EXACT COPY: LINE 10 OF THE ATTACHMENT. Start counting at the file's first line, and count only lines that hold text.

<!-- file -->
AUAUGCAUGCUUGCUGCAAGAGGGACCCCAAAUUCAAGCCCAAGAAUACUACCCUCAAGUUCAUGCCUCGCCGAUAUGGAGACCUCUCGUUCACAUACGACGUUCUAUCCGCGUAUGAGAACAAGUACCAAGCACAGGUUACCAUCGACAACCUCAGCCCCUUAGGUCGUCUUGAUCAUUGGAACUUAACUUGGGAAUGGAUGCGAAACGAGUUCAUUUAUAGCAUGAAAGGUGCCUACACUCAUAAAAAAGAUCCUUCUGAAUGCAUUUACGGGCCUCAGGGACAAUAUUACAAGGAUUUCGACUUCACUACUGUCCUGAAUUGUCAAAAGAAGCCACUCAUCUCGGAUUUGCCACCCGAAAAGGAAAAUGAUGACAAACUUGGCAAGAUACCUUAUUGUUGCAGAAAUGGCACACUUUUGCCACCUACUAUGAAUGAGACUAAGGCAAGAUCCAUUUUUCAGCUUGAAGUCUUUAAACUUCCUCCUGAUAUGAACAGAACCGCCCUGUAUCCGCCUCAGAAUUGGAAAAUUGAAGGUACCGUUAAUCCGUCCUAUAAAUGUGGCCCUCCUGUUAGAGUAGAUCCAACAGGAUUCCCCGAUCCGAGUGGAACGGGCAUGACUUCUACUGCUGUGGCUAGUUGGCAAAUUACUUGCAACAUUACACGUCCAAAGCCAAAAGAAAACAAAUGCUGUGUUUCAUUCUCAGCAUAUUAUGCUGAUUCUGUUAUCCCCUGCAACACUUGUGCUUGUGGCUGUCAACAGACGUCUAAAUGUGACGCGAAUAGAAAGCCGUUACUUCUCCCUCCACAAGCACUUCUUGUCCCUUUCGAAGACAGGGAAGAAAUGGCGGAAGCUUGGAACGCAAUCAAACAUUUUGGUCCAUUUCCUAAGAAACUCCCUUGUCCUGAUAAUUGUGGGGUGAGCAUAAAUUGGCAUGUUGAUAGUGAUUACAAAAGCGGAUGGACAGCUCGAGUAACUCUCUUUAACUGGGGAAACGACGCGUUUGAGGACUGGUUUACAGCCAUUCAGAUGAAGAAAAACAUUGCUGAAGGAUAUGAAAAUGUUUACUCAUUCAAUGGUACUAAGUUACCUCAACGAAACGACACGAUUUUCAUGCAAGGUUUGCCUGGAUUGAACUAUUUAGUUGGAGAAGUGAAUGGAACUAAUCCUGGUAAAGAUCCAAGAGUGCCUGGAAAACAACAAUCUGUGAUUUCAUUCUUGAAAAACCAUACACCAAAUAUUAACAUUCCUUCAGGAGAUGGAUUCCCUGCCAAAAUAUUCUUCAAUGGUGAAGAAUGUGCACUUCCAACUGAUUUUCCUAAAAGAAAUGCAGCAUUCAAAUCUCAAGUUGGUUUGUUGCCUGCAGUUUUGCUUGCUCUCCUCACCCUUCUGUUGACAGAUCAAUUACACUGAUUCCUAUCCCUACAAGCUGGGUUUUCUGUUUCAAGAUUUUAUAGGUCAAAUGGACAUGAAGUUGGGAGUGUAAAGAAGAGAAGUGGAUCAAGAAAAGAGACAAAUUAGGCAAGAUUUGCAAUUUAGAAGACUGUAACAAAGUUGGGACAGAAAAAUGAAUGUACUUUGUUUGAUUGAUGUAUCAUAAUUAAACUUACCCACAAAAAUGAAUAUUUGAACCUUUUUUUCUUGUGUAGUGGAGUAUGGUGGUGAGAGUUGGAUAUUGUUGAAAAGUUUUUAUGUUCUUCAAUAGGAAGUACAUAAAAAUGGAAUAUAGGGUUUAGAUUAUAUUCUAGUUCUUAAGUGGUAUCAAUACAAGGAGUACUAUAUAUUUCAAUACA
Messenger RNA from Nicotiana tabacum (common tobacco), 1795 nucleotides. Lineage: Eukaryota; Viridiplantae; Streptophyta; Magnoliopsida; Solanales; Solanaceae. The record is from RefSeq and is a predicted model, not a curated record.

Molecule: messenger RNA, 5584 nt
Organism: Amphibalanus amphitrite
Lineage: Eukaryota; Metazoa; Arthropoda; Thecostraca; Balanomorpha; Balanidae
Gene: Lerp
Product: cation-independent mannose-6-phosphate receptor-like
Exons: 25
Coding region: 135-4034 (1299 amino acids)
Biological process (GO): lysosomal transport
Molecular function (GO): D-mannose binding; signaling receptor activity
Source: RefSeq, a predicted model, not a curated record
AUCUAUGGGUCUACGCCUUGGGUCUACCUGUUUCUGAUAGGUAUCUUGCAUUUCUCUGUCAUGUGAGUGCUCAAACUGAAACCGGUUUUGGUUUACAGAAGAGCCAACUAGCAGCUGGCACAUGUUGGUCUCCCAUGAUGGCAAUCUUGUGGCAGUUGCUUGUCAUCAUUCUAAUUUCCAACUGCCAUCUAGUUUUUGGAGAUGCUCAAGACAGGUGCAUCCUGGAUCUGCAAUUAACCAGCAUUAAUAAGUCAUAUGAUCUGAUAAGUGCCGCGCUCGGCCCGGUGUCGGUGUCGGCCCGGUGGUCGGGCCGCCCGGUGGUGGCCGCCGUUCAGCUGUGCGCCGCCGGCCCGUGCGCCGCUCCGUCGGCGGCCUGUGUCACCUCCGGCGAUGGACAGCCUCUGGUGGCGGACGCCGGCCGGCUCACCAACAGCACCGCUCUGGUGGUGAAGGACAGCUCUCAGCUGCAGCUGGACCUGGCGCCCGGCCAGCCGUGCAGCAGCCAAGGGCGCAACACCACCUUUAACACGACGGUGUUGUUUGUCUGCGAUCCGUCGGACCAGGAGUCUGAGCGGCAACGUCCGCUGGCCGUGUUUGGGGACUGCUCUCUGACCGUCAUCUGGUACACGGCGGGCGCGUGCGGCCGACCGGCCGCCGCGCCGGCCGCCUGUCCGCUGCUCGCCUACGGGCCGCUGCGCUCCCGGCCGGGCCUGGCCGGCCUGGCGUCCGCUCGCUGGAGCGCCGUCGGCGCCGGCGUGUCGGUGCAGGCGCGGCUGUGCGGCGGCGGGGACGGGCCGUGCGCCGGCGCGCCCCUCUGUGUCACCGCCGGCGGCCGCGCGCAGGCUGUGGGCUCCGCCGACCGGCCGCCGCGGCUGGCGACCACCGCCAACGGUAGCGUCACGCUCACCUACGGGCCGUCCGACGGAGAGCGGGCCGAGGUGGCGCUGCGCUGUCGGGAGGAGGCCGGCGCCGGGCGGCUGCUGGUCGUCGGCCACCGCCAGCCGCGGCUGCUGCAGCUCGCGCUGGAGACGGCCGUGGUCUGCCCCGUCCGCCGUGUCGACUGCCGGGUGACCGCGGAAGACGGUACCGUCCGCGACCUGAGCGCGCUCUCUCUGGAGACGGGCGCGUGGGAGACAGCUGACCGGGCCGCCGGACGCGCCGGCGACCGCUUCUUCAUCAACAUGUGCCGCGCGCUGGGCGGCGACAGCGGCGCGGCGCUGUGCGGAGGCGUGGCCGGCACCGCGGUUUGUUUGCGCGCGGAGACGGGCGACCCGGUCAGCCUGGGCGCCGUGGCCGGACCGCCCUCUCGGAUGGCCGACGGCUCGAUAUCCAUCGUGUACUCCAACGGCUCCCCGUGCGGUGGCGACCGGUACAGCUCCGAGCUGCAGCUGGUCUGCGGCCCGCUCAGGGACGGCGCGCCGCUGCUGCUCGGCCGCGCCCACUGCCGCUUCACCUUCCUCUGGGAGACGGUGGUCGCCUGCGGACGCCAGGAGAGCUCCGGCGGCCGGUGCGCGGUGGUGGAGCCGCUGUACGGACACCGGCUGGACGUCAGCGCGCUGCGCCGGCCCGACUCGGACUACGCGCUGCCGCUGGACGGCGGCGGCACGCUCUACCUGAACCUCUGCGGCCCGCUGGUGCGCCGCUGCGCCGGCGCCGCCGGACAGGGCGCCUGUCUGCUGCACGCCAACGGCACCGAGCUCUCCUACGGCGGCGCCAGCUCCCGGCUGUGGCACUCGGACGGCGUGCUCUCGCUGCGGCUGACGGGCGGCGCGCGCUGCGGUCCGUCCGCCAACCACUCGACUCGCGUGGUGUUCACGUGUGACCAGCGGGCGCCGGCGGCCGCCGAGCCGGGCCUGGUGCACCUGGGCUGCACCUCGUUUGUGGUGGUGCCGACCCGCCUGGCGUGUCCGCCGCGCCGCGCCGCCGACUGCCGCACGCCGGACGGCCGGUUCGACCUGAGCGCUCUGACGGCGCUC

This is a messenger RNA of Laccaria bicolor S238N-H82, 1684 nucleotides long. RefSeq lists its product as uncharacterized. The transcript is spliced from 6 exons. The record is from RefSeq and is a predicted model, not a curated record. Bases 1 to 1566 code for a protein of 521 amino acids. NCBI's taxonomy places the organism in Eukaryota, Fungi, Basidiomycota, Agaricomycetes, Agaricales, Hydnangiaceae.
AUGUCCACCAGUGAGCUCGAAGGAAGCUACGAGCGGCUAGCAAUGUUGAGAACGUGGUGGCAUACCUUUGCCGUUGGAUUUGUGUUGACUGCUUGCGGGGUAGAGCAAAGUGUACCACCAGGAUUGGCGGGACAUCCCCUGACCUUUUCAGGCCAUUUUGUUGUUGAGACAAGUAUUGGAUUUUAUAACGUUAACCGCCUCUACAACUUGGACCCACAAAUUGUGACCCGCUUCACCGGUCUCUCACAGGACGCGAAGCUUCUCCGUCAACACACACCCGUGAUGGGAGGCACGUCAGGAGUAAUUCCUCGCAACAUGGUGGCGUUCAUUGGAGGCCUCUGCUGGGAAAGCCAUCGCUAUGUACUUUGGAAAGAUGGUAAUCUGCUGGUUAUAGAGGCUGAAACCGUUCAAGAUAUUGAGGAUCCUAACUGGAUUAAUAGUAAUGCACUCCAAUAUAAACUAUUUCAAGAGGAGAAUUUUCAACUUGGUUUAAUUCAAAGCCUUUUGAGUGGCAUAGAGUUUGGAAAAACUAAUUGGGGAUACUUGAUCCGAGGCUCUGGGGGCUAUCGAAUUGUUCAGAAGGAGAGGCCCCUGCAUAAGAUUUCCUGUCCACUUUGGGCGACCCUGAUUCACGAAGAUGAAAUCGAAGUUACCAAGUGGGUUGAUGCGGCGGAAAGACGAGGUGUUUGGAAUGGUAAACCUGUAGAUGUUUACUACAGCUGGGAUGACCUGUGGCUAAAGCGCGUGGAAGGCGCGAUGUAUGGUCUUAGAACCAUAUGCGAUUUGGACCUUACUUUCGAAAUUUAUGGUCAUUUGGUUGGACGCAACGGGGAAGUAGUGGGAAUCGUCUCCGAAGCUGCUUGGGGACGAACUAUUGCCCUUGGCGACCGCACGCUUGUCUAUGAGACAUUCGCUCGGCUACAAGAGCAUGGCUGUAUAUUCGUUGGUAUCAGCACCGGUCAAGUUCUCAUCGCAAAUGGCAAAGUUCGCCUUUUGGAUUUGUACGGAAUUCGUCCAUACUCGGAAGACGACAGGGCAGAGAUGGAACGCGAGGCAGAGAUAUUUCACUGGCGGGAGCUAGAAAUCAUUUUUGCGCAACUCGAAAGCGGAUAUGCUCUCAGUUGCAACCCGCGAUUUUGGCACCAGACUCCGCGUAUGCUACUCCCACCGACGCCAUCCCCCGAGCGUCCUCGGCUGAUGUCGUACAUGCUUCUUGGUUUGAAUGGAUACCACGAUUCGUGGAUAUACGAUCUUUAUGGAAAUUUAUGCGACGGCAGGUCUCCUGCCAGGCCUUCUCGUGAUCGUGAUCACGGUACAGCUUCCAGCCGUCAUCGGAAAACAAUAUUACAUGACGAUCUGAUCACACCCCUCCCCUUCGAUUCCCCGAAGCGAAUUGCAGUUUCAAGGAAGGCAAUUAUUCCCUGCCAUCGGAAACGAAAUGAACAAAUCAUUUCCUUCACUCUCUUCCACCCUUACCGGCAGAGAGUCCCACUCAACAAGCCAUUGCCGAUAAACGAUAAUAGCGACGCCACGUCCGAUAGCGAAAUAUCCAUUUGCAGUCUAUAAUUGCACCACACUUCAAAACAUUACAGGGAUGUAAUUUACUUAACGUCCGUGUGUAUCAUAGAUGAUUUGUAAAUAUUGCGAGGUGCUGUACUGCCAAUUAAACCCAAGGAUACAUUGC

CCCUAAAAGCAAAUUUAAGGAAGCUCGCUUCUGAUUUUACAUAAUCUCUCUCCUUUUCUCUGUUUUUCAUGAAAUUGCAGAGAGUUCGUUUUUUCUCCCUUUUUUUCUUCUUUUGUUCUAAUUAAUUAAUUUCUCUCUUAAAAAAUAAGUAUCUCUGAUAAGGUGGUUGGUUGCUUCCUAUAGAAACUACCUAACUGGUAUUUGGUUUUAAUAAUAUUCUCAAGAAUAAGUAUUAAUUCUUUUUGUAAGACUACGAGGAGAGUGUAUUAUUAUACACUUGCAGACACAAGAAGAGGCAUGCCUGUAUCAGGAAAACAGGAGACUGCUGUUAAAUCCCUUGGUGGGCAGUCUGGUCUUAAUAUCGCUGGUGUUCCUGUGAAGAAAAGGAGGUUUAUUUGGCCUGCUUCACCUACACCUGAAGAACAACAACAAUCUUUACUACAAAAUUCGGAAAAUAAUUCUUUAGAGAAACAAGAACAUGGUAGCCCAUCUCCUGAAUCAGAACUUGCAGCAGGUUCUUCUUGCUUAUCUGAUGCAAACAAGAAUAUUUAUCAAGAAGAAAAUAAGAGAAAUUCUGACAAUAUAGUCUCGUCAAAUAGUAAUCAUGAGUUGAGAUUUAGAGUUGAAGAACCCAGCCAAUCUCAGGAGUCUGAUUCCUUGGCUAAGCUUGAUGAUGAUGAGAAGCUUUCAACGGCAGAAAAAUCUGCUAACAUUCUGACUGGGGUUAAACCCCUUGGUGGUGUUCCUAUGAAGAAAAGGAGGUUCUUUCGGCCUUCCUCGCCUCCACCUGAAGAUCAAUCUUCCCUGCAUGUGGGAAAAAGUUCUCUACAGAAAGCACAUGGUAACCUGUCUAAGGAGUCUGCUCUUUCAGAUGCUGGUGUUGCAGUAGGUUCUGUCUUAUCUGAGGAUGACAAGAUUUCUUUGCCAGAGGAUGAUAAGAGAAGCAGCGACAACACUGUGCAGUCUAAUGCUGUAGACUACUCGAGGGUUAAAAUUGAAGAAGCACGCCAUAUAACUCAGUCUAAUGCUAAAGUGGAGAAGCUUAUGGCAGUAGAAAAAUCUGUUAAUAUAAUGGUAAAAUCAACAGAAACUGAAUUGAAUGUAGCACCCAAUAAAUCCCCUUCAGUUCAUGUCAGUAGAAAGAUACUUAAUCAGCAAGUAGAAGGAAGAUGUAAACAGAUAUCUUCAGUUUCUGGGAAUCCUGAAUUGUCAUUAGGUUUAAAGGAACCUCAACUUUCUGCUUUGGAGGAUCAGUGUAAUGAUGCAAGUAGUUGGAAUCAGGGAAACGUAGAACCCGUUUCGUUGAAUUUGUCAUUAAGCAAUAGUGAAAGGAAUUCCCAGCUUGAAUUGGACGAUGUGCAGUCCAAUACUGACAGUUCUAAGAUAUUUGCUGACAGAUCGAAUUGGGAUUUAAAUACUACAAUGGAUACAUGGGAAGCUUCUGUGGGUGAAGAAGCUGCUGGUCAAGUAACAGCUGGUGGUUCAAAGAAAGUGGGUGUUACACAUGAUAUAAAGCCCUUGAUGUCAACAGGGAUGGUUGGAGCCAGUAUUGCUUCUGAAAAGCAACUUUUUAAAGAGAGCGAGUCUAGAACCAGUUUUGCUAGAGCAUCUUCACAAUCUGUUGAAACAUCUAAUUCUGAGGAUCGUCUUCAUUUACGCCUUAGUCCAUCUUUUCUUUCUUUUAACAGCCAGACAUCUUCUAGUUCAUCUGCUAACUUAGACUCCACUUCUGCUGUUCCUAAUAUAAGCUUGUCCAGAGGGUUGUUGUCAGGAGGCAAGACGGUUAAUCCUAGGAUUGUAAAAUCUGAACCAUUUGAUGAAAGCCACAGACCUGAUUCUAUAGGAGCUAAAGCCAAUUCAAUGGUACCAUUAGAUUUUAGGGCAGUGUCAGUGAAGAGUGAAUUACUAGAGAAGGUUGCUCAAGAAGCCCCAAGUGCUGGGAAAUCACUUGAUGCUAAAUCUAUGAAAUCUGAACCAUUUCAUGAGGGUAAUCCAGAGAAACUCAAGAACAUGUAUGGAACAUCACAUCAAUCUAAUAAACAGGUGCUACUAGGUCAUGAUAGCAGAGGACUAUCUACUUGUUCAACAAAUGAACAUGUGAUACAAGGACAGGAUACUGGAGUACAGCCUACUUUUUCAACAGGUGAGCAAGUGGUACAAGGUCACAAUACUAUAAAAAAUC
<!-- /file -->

Biological process (GO): lysosomal transport